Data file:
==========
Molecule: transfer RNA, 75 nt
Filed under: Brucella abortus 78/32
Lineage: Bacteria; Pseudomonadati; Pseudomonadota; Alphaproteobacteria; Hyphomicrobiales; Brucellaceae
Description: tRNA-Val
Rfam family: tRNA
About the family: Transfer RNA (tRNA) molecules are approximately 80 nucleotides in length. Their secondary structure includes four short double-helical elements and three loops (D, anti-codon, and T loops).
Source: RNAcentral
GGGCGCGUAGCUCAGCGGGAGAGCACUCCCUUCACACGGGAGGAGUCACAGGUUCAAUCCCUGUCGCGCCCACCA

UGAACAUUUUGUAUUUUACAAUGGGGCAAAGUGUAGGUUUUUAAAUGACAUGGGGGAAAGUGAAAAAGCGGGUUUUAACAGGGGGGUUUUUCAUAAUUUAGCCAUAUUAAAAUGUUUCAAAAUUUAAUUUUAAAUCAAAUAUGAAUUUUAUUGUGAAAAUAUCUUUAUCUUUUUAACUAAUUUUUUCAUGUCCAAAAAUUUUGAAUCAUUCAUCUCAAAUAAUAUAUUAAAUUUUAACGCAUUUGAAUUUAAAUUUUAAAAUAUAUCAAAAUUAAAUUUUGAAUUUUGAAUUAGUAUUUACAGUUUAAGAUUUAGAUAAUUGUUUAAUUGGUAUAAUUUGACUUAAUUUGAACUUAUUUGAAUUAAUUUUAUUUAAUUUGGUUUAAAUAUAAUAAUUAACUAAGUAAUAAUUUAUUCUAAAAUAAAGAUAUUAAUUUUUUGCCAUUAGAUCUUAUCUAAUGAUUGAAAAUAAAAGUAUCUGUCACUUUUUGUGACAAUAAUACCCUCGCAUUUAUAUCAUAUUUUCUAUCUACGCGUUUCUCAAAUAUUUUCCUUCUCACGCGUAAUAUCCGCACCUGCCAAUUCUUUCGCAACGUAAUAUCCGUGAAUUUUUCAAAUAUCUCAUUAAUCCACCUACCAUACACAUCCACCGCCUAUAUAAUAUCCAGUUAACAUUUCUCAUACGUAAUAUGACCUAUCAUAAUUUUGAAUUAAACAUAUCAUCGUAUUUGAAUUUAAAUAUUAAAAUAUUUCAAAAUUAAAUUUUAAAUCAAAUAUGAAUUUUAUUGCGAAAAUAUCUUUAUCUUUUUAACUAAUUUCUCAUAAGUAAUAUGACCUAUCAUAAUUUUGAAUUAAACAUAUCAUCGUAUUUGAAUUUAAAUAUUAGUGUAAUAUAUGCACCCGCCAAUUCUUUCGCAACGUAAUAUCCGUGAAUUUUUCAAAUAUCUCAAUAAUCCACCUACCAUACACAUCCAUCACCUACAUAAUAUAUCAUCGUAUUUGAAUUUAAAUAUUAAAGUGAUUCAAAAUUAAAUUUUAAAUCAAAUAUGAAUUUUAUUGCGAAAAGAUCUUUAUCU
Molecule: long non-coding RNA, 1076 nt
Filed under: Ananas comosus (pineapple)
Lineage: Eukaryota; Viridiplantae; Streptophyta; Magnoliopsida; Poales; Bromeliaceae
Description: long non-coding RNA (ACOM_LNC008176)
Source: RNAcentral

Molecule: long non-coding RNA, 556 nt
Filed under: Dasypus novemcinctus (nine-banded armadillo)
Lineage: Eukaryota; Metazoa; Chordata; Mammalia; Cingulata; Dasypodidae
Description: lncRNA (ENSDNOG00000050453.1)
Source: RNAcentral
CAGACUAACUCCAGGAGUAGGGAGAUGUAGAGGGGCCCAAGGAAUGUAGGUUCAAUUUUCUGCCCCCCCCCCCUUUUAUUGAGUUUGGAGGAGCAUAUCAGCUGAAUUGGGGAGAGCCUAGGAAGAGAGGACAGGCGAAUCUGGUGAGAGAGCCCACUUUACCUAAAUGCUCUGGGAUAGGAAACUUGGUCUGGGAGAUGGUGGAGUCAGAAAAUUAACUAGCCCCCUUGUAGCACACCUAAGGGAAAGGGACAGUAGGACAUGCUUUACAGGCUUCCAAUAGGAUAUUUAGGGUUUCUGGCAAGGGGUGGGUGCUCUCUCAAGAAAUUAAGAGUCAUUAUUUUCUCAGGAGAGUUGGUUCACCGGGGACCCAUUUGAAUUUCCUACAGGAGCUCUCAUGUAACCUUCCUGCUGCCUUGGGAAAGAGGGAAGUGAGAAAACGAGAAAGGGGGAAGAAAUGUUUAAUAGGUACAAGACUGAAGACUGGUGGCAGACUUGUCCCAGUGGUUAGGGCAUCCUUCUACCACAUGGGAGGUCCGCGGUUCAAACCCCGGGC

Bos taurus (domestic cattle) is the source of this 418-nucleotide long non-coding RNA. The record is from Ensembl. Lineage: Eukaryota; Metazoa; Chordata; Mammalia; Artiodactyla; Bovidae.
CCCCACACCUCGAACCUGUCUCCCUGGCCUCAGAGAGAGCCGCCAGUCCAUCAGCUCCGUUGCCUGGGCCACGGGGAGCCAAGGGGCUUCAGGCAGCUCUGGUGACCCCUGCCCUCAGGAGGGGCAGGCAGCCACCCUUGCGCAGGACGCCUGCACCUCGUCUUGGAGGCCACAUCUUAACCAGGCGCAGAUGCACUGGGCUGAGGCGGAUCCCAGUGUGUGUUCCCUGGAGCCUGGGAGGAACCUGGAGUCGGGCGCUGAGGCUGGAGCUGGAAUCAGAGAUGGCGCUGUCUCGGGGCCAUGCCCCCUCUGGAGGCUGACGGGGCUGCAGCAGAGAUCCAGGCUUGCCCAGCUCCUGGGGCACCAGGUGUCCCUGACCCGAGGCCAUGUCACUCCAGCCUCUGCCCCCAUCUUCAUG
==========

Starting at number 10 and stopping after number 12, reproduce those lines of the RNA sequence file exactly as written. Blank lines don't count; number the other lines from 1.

Molecule: long non-coding RNA, 1076 nt
Filed under: Ananas comosus (pineapple)
Lineage: Eukaryota; Viridiplantae; Streptophyta; Magnoliopsida; Poales; Bromeliaceae